An essay by Dr. Phillip “Pip” Jaminson, as provided by Michael Hudson
Art by Justine McGreevy
Welcome aspiring overlords, misanthropic geniuses, and sociopathic ne’er do wells! So you’ve decided to become a mad scientist rather than languish among the standard old run of the mill madmen? An astounding and thoroughly rewarding life awaits you should you survive the occasional dose of radiation and possible international military intervention. Combining the social disgust of the morally vacant with the limitless sense of superiority of the higher intellectual stock, we as mad scientists are the (somewhat) undisputed driving force behind the social and academic advancements that will shape the future. Standing apart from the common stock and rising above the wanton thuggery of the typical antisocial masses, we mad scientists bring a sense of refinement and nobility to everyday social deviance. Though I feel you are insignificant and beneath my notice, oh humble reader, I will gladly guide you on the path toward your new life as one of the elite and truly mad among us.
Method 1. Turning from traditional fields: Improper applications for proper science.
The first and simplest method of entering a life of mad science is of course to leave behind the shackles of the regular scientific world. This is a fairly common means of entering the field, but it does tend to attract the wrong sort of scientist from time to time. Drawbacks aside, the university educated scientist can bring wondrous benefits to the world of mad science given the proper amoral outlook and a focus on the proverbial “ends” rather than the “means.”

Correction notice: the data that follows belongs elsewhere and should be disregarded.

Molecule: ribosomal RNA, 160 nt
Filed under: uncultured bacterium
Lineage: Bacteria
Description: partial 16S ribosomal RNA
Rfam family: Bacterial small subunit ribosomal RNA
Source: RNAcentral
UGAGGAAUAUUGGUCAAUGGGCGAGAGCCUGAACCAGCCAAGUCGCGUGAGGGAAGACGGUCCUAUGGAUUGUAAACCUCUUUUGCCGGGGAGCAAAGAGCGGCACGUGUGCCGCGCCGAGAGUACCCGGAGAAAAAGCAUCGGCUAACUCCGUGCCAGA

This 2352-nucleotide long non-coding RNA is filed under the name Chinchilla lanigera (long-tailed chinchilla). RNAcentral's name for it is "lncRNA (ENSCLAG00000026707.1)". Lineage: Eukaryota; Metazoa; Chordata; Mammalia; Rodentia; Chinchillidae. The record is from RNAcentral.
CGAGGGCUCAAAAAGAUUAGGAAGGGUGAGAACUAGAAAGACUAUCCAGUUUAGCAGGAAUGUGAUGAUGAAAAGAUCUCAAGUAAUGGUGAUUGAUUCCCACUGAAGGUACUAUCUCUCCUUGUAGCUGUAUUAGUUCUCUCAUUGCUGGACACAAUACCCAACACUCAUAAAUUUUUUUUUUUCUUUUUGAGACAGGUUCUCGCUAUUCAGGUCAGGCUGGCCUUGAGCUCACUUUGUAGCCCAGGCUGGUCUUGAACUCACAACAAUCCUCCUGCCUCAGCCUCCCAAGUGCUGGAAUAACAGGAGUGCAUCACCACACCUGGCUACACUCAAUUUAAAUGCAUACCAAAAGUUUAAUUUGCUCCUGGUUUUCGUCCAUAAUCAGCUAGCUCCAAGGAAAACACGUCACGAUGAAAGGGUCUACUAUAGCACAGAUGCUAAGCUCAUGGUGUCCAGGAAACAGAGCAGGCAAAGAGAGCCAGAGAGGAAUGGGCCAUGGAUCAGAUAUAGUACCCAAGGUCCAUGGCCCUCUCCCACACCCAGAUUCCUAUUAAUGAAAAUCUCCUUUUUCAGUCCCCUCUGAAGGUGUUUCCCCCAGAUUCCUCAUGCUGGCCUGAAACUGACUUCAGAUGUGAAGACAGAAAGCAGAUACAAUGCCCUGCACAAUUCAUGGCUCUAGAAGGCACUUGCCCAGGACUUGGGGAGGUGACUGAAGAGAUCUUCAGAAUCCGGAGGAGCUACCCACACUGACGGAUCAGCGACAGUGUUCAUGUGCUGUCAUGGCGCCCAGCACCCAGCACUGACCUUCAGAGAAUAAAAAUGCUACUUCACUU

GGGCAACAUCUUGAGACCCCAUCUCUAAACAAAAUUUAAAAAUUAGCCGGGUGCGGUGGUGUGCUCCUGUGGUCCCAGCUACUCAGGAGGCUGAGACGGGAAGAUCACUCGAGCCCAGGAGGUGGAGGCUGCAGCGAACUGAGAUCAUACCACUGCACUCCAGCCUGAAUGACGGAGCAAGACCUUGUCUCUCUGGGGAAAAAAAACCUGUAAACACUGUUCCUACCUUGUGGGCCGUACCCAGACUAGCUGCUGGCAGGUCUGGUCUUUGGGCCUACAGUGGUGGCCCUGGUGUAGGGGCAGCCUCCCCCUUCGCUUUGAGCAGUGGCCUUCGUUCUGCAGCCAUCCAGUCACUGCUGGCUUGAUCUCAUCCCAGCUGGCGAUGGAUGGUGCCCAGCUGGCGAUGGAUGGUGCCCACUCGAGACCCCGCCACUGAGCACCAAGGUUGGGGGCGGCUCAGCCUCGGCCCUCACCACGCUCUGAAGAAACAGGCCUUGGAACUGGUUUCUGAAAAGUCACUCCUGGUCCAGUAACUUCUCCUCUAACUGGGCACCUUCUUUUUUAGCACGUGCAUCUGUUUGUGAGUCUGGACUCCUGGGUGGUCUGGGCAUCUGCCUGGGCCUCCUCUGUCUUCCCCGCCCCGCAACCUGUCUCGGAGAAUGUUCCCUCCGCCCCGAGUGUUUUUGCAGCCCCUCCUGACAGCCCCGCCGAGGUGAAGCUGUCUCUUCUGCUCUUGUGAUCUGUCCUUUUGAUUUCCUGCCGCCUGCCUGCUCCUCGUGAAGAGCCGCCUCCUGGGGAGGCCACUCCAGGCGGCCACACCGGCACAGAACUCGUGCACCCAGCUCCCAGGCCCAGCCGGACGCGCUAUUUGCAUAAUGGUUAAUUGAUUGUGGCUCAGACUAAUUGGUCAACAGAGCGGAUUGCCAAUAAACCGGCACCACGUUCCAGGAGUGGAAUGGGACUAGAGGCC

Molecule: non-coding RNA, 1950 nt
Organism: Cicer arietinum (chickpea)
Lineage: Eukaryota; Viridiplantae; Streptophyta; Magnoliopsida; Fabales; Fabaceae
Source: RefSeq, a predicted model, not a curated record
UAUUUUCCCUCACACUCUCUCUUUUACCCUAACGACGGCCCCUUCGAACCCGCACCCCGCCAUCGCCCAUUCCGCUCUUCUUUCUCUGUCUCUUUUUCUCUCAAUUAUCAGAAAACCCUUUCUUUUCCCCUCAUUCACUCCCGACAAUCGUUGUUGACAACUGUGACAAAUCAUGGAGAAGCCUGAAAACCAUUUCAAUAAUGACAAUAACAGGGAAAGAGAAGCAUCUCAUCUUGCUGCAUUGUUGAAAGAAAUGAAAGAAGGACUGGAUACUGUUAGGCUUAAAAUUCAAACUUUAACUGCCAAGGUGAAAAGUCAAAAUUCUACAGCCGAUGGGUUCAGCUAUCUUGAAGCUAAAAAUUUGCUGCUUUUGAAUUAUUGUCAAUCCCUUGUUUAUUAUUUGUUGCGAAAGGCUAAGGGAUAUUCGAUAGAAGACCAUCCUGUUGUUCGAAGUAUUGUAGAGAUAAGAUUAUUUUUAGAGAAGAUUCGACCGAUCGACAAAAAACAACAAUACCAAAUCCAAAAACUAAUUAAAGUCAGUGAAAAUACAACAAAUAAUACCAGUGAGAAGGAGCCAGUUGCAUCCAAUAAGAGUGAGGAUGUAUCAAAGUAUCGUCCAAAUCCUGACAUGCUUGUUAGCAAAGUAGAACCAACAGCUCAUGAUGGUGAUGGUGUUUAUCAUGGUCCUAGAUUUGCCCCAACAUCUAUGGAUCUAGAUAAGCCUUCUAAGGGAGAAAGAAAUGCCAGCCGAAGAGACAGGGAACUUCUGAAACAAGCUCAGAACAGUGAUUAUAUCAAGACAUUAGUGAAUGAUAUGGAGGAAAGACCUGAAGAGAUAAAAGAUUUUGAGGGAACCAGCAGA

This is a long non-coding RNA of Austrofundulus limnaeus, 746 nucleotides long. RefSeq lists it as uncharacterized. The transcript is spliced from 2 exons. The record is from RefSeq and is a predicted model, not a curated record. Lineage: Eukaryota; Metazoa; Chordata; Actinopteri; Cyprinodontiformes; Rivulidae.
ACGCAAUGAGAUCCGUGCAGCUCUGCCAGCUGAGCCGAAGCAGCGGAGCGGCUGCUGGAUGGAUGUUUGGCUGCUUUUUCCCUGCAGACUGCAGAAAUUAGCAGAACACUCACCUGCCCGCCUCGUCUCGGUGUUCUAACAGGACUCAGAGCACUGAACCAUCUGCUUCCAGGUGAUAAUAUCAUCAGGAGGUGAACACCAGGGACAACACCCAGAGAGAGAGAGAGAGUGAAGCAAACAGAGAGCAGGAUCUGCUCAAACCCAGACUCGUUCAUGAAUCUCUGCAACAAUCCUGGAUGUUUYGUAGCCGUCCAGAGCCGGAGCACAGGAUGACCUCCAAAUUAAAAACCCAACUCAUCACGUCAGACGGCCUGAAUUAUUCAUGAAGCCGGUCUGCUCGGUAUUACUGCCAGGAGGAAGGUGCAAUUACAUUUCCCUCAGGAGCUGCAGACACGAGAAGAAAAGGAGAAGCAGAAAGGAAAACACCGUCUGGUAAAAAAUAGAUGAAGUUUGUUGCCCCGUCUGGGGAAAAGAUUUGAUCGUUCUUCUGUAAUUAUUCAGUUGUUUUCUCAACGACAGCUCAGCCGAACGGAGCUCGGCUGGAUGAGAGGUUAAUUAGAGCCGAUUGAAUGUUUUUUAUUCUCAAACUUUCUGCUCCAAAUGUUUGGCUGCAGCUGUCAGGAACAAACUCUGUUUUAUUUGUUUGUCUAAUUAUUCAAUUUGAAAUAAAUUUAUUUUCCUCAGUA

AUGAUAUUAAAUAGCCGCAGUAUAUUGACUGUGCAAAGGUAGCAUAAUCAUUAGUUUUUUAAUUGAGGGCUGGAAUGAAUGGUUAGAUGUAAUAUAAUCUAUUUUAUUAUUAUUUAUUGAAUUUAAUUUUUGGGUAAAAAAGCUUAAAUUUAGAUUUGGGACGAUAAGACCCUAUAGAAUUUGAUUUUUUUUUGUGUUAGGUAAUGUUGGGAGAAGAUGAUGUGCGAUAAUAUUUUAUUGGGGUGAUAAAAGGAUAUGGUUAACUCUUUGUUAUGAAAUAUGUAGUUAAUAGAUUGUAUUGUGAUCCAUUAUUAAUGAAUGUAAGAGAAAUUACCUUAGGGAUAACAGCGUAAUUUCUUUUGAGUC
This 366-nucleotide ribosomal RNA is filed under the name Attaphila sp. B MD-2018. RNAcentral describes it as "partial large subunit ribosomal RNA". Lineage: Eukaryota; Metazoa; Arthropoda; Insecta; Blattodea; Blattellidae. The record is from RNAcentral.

First, biology, widely regarded as the true forefather of our field, is fertile ground for the ambitious mad scientist. Reckless cloning experiments can replicate (or even resurrect) some of the most amazing creatures from history without limit. Vast legions of your “special children” can be created on a whim, all for the sake of science. If quality over quantity is more your style, forced mutations can combine the greatest physical characteristics of literally every animal in existence into one, perfect super being. Advances in genetic modification can even provide the necessary means to create entirely new forms of life, quite possibly the crowning achievement of any mad biologist.
Second, chemistry, long thought of as being more decorative than practical with its bubbling vials and curious odors, has emerged as the backbone of any mad scientific endeavor. A mass of unwitting test subjects can easily become an army of deranged, chemically enhanced super-soldiers with the proper application of a gaseous chemical agent. Detractors may not respect your ambitious–though only mildly carcinogenic–scientific pursuits, but your efforts will certainly garner more attention once you’ve demonstrated your ability to turn the world’s oceans into a sea of corrosive acid.